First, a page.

Fortunately, it worked out, and the big winners were those who attended a dynamic night of music the quality of which I daresay had never been witnessed in this city.
“If ever there was a year to take a risk and make a splash with the opening of the Pablo Center, this was it,” said John Genskow, board president of the nonprofit Eau Claire Jazz Inc., which works with UW-Eau Claire students to put on the local Jazz Festival. “A lot of pieces fell into place to make this happen.”
Mission accomplished. The crowd became more appreciative and enthusiastic which each number as Botti trotted out one incredible entertainer after another to take center stage alongside him. Eau Claire Jazz Inc. Executive Director Mark Blaskey said my sentiments of Botti’s show were shared by many people he heard from afterward.
“They were wondering (beforehand), ‘What are we going to see, a trumpet player standing at the front of the stage?’ ” Blaskey said. “And when they saw what they saw, the reaction was similar to yours. They were blown away.
“I spend a lot of time at concerts sitting in the back, and I’m not watching the artists; I’m watching the reaction of the crowd,” Blaskey added. “And it’s a great source of pride watching people nodding their heads, tapping their feet and smiling.”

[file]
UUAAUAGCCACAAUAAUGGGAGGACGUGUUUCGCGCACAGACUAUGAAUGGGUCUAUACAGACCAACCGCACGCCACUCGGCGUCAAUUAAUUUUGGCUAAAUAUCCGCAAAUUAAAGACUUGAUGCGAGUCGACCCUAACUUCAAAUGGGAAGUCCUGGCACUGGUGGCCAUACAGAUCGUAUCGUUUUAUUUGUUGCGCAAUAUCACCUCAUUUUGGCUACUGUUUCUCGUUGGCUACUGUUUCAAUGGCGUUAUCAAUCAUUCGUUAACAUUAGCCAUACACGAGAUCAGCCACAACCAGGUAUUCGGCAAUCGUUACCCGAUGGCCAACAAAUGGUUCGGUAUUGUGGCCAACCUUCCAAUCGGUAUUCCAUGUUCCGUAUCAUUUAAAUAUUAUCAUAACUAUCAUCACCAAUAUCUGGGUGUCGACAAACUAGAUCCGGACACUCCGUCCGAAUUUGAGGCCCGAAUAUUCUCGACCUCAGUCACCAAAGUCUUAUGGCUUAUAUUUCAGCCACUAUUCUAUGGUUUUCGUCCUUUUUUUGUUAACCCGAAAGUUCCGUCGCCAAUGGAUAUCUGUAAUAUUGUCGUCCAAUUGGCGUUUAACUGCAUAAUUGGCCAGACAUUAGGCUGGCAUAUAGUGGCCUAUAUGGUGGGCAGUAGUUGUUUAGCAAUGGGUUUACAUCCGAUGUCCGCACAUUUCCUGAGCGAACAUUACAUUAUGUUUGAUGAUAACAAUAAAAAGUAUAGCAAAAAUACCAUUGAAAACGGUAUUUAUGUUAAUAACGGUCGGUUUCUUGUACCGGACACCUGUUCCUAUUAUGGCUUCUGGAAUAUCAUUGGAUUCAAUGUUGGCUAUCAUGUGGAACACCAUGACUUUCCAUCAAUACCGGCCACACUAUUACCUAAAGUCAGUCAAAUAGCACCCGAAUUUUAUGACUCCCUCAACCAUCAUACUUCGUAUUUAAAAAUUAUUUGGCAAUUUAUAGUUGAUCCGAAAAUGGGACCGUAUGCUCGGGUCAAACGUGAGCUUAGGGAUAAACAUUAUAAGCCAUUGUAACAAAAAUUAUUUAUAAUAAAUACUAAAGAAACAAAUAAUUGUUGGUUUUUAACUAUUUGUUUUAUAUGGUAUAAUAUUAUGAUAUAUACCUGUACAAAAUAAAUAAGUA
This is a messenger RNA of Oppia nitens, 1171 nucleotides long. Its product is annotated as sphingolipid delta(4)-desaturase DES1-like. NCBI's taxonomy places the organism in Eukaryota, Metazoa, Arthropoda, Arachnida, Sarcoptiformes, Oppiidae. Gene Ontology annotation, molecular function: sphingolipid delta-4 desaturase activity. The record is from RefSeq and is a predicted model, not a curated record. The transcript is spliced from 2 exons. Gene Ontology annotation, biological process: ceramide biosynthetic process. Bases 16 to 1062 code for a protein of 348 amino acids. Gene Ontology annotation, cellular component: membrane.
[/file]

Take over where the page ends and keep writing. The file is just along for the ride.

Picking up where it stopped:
Botti’s show kicked off a great weekend of music in downtown Eau Claire that included more than 400 musicians performing with about 60 bands as part of the growing “52nd Street” event that is a major draw of the festival. About 2,500 wristbands were sold at $15 each, and combined with complimentary passes for musicians and sponsors, roughly 3,000 people mingled through the many venues. Combined with student jazz band competitions and other headliners Grace Kelly and the New York Voices, the good times and sweet sounds rolled throughout the weekend.